- The California Department of Fish and Wildlife estimated only 2.6% of the winter-run Chinook salmon juvenile populations survived the hot, dry summer.
- December 23: The California Department of Water Resources awarded more than $53 million in urban and multi-benefit drought relief funding.
- December 20: The U.S. Bureau of Reclamation funding plan includes $61.8 million to the Central Valley Project to address ongoing drought needs.
- December 15: Water leaders in Arizona, Nevada, and California signed an agreement at the Colorado River Water Users Association to voluntarily reduce their take from the Colorado River.
Drought & Climate Outlook
El Niño–Southern Oscillation (ENSO)
NOAA’s ENSO alert system status is currently a La Niña Advisory. La Niña is favored to continue through the Northern Hemisphere winter 2021–22 (~95% chance) and transition to ENSO-neutral during the spring 2022 (~60% chance during April–June). For more information, please check out the NOAA ENSO blog.
Subseasonal to Seasonal Drought, Temperature, and Precipitation Outlooks
The next three months’ forecasts show drought persisting across Nevada and remaining but improving over much of California, with removal likely in the south coast. Changes were introduced for California and Nevada in the seasonal drought outlook at the end of December due to a wet pattern during late December across the western contiguous U.S., favoring improvement. Modifications included depicting improvement (D2–D4 areas) and removal (D1 areas) across parts of the Great Basin, Southwest, and California.
According to the National Weather Service's Climate Prediction Center (CPC), during the first three months of 2022 (January-February-March), the pattern across North America is likely to be strongly influenced by ongoing La Niña conditions, which typically favor an active weather pattern and below-normal temperatures across the Pacific Northwest, northern California, northwest Nevada, and north-central CONUS, as well as abnormally dry, warm conditions across the southern tier of states. The CPC January and January-February-March temperature and precipitation outlooks broadly reflect this signal, with a potential for below-normal precipitation in southern California and southern Nevada with equals chances of above- or below-normal precipitation for the rest of the region (except for small area along the northern California and Nevada borders that slightly favors above-normal precipitation). Therefore, due to the current conditions combined with seasonal outlooks, drought improvement is favored for much of coastal central and northern California and the Sierra Nevada, while persistence is maintained across the San Joaquin Valley, which relies more on spring snowmelt for moisture. In the near term, a weaker system is expected later this week to impact northern California and Nevada, followed by a lull in storminess as a high pressure system is established in the eastern Pacific.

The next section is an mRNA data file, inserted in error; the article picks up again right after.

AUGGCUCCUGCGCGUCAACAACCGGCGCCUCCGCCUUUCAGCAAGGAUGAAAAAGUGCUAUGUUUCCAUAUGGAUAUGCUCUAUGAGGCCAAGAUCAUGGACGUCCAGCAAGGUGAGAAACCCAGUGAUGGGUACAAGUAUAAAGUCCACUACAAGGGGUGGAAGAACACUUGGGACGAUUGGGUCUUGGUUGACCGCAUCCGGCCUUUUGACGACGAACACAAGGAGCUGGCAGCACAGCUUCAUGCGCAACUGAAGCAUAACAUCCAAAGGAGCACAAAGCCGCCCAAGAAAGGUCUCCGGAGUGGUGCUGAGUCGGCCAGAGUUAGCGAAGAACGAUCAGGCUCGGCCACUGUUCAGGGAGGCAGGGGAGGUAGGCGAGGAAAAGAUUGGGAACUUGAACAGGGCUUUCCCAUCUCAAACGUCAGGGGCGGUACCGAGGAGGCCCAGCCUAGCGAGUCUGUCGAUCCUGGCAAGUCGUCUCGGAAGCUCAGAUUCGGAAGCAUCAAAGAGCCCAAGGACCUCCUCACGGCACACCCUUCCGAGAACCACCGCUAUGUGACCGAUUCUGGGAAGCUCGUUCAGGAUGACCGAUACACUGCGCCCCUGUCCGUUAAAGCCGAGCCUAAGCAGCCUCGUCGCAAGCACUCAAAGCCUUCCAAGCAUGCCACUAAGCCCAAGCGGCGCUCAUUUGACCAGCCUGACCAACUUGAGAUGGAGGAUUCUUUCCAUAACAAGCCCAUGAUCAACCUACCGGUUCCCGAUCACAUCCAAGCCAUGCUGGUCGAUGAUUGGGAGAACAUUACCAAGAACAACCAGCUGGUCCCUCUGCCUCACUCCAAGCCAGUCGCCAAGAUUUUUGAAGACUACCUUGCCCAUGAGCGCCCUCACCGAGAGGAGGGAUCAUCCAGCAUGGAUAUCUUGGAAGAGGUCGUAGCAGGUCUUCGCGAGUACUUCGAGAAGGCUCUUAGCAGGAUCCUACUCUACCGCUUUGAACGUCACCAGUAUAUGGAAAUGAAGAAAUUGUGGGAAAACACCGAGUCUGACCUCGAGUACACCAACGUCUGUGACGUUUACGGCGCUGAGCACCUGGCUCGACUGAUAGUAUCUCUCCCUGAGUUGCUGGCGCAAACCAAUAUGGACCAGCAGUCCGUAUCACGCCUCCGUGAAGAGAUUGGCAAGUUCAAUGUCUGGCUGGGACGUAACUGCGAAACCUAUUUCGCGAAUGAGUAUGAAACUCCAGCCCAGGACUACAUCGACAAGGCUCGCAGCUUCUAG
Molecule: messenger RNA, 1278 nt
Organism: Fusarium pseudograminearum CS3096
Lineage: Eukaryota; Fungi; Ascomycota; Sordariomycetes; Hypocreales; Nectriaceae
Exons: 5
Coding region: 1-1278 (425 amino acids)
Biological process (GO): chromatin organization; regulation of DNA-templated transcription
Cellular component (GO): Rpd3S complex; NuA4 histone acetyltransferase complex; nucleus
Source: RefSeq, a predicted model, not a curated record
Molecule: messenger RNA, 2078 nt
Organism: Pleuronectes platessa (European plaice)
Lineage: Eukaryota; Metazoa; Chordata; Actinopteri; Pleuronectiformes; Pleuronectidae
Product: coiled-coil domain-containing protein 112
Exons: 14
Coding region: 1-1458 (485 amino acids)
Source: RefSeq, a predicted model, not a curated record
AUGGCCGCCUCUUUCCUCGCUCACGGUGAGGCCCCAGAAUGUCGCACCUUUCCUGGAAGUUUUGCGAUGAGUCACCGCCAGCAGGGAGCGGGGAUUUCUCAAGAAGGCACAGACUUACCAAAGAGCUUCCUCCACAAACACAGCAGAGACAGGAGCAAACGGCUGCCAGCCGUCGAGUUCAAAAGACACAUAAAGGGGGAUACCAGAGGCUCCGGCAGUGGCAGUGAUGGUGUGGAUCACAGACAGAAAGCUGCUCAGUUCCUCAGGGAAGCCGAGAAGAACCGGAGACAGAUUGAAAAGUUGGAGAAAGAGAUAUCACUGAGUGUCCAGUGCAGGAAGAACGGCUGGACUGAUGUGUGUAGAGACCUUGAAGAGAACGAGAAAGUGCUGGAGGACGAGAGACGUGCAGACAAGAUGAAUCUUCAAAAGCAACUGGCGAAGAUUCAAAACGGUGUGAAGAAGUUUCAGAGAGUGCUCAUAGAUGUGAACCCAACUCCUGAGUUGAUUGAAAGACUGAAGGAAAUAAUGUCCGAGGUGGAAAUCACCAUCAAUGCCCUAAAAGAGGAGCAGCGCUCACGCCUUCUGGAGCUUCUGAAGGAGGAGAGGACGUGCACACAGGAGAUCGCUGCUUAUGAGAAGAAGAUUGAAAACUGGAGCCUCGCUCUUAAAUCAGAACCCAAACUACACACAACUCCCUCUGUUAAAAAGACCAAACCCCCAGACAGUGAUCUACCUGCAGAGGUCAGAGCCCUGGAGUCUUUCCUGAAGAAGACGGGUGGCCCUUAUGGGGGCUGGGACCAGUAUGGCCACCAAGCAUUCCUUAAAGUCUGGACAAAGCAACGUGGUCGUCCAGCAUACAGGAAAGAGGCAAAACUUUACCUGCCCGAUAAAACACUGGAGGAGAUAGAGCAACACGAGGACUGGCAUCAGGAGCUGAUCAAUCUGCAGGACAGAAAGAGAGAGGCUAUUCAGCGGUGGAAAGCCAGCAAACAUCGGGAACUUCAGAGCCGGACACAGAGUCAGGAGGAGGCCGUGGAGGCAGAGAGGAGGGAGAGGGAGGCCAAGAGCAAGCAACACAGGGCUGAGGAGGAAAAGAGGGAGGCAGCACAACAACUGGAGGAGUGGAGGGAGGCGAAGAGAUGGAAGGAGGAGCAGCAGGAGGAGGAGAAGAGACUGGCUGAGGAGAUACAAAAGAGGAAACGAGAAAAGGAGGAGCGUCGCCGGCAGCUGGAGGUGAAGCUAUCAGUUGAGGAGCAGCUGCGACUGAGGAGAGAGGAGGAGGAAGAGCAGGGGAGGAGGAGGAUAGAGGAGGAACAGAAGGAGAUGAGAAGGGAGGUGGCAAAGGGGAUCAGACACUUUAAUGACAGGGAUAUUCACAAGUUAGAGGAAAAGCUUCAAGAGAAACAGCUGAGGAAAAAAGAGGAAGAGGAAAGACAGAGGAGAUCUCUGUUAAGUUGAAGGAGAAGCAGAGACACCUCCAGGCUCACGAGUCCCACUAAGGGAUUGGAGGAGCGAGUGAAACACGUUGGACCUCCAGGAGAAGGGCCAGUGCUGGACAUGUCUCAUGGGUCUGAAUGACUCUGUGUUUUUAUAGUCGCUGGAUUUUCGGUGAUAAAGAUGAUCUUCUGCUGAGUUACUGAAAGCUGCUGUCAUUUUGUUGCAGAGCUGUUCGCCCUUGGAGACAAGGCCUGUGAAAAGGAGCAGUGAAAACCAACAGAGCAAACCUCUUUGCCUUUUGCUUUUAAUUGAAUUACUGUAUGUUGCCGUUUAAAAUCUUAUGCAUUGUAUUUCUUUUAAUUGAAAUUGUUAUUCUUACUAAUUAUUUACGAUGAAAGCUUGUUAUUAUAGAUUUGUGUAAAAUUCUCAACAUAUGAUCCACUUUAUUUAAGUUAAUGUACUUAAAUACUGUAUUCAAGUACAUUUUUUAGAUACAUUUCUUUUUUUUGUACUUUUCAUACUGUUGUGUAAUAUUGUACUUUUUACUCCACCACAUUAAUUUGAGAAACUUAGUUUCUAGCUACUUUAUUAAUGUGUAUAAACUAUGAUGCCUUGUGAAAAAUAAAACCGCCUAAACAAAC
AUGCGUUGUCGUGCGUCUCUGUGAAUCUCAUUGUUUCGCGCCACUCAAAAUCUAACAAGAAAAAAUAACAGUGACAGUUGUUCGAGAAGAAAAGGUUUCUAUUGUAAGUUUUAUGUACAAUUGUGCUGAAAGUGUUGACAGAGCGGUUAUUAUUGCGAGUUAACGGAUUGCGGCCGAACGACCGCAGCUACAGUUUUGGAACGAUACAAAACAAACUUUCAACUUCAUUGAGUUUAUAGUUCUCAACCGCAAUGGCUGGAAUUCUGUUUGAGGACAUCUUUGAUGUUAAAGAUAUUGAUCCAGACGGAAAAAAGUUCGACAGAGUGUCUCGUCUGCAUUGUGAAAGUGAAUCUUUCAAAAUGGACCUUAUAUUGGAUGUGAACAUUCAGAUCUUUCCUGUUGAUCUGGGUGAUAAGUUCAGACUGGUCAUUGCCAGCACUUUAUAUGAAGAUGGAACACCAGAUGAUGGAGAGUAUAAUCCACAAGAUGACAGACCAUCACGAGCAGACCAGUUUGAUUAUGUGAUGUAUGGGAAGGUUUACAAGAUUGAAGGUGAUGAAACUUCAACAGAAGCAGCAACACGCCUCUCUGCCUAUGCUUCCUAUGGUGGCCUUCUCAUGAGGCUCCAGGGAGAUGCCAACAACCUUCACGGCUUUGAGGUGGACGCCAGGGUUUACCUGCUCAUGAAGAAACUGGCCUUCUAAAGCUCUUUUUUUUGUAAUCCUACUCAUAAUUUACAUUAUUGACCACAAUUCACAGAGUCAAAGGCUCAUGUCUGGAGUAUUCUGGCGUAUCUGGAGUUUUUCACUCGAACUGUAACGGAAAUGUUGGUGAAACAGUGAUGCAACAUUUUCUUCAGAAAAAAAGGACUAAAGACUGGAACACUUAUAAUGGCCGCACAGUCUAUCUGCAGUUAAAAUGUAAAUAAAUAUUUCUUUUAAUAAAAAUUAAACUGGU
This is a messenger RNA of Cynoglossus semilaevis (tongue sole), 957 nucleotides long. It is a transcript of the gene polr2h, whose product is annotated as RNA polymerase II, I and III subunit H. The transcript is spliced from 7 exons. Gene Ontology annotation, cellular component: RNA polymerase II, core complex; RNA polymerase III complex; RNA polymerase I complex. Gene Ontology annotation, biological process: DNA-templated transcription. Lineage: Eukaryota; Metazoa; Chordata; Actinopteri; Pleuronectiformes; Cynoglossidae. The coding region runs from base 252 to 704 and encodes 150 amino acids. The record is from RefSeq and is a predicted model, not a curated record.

Seasonal Drought Outlook: January 1–March 31, 2022
Temperature and Precipitation Outlooks: January 2022
Likelihood and Timing of Atmospheric River Conditions
Drought Early Warning Resources
California-Nevada DEWS Regional Drought Information Coordinator, NOAA/NIDIS, CIRES
Program Manager, California-Nevada Climate Applications Program (a NOAA RISA team)